Brianna White

Staff member
Mar 25, 2020
Of every hundred entry-level men promoted to manager positions, only eighty-seven women receive promotions. Because of this, significantly more men than women are involved in leadership, and the inequality does not seem to be reducible, according to the latest Women in the Workplace report from McKinsey, in partnership with LeanIn.Org.
The glass ceiling is a well-known barrier limiting women’s workplace advancement. But what about the leadership glass ceiling? This is a term used to describe the lack of women leaders in specific industries, which initiatives such as Estée Lauder’s Emerging Leaders Fund help to rectify, by nurturing the next generation of female entrepreneurs.
Biotech is one such industry where women are still underrepresented in leadership roles. According to the third annual, ‘Measuring Diversity in the Biotech Industry’ report, only 34% of executive teams and 20% of CEOs are reported to be women.
Leen Kawas, the co-founder and managing general partner at Propel Bio Partners, said, “if we don’t like the statistics of women-led companies, it is upon us to make a change,” in an email. She proposed four key strategies that will help break the leadership glass ceiling in biotech.
1. Increase funding for women-led companies
There is a clear correlation between the amount of funding a company receives and its success. However, “Funding for female-founded companies has not improved in recent years and has, in fact, decreased,” said Kawas—who, according to Business Insider and GeekWire, was the first woman to take a company public in 20 years in Washington state, one of only 22 female founders and CEOs to lead their company to an IPO—in an interview. “Only 2.0% of venture capital went to these companies in 2021, down from its height of 2.8% in 2009,” she added. Kawas continued, “Only 12% of decision-makers in investment firms are women, and 65% don’t have any women in their senior leaders and decision-makers.” This lack of female representation among investors may be of the main reasons why women-led companies receive less funding.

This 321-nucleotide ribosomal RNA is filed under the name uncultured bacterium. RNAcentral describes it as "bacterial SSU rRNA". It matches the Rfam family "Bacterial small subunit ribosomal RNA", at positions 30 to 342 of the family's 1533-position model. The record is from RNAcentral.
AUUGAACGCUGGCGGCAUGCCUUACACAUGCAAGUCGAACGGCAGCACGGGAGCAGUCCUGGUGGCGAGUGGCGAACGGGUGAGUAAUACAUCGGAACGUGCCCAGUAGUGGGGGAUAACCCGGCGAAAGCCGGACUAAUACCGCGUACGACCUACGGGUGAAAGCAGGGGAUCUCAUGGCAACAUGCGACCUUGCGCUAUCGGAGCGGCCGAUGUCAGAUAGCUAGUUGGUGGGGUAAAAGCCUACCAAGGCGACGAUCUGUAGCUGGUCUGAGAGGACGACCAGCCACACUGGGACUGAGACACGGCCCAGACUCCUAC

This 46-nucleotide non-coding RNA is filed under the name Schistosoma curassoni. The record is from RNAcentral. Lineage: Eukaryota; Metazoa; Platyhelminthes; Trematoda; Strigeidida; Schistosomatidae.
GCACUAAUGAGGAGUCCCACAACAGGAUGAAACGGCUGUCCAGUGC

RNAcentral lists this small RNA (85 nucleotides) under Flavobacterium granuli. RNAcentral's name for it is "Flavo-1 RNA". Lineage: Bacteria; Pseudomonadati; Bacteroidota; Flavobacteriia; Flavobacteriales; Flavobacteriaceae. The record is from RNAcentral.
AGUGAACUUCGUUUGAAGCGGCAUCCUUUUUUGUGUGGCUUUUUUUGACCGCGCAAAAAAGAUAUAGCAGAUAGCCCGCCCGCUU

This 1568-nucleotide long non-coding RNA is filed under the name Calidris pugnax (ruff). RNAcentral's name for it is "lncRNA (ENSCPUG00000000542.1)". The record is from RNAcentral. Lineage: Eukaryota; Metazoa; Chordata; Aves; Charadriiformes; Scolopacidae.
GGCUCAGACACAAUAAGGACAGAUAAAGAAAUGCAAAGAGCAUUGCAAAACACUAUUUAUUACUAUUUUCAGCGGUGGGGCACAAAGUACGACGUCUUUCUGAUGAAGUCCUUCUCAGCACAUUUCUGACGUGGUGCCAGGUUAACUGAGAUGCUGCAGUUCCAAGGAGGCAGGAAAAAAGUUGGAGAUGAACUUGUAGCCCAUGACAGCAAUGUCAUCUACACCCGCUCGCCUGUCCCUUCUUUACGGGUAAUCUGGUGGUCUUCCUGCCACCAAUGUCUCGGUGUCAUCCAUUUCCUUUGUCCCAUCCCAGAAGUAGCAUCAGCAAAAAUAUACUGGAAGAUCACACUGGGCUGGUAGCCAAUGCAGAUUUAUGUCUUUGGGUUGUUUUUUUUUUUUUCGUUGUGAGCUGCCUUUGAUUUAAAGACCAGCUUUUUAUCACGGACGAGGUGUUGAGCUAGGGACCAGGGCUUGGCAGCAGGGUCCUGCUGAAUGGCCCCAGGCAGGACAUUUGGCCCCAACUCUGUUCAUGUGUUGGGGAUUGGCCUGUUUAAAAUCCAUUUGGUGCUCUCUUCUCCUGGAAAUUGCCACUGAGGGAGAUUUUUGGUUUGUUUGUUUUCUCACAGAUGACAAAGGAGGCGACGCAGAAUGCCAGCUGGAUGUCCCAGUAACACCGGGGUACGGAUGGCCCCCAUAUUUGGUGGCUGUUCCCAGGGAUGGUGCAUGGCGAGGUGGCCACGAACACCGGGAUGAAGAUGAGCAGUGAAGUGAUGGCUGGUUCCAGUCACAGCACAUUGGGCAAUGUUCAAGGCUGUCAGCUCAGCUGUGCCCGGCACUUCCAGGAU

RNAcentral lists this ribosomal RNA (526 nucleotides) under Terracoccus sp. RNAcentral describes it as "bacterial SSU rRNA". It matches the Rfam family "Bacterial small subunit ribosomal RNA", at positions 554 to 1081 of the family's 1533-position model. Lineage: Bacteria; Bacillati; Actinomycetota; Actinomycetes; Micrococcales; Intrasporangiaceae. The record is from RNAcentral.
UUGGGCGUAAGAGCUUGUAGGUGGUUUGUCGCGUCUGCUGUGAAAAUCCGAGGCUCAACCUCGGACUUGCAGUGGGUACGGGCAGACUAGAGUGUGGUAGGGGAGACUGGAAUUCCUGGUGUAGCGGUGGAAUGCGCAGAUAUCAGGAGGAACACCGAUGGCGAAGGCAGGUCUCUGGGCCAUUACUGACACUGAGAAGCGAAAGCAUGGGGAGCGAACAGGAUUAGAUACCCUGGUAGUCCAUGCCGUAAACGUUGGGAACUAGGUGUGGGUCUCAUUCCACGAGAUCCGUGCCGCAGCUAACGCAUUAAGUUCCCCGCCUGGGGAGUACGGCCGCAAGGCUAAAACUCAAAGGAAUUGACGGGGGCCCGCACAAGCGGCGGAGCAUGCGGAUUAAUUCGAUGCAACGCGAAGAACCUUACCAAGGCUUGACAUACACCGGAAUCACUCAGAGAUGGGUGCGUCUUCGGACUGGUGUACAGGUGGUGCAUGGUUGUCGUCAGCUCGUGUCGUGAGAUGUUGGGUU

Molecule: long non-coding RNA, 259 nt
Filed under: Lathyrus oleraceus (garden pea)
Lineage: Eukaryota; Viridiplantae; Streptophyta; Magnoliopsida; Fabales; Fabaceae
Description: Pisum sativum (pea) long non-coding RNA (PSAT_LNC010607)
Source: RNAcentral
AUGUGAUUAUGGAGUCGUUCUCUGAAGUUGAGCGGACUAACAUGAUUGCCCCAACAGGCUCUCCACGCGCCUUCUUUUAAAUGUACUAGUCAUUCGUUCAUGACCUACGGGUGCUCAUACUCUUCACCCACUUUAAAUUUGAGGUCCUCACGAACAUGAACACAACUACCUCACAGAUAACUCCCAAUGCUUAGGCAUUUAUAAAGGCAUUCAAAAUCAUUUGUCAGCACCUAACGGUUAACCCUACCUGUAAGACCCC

2. Eliminate hidden bias
The first step in addressing bias is acknowledging that it exists. According to a study published by Harvard Business Review, hiring an equal number of women to men in an organization will not stop bias against women. In fact, even when more women are present, prejudice against women continues because it’s ingrained in the system. These biases can manifest themselves in several ways. For example, another study published by Harvard Business Review concluded that when VCs evaluate companies, they pose different questions to male and female entrepreneurs: men typically receive questions about the potential for gains, while women are asked about the risks. Giana Eckhardt, professor of marketing and vice dean at King’s Business School at King’s College London, believes that one way to eliminate hidden bias is by using explicit, inclusive criteria to assess individuals. “Women are judged to have less leadership potential than men, even though they consistently have higher performance ratings,” Eckhardt said in an interview. Her view aligns with new research conducted by McKinsey, which identifies that women are switching jobs at the highest rate in years, making it, according to Eckhardt, “imperative upon biotech companies to combat unconscious biases in the promotion process or lose their female talent.”
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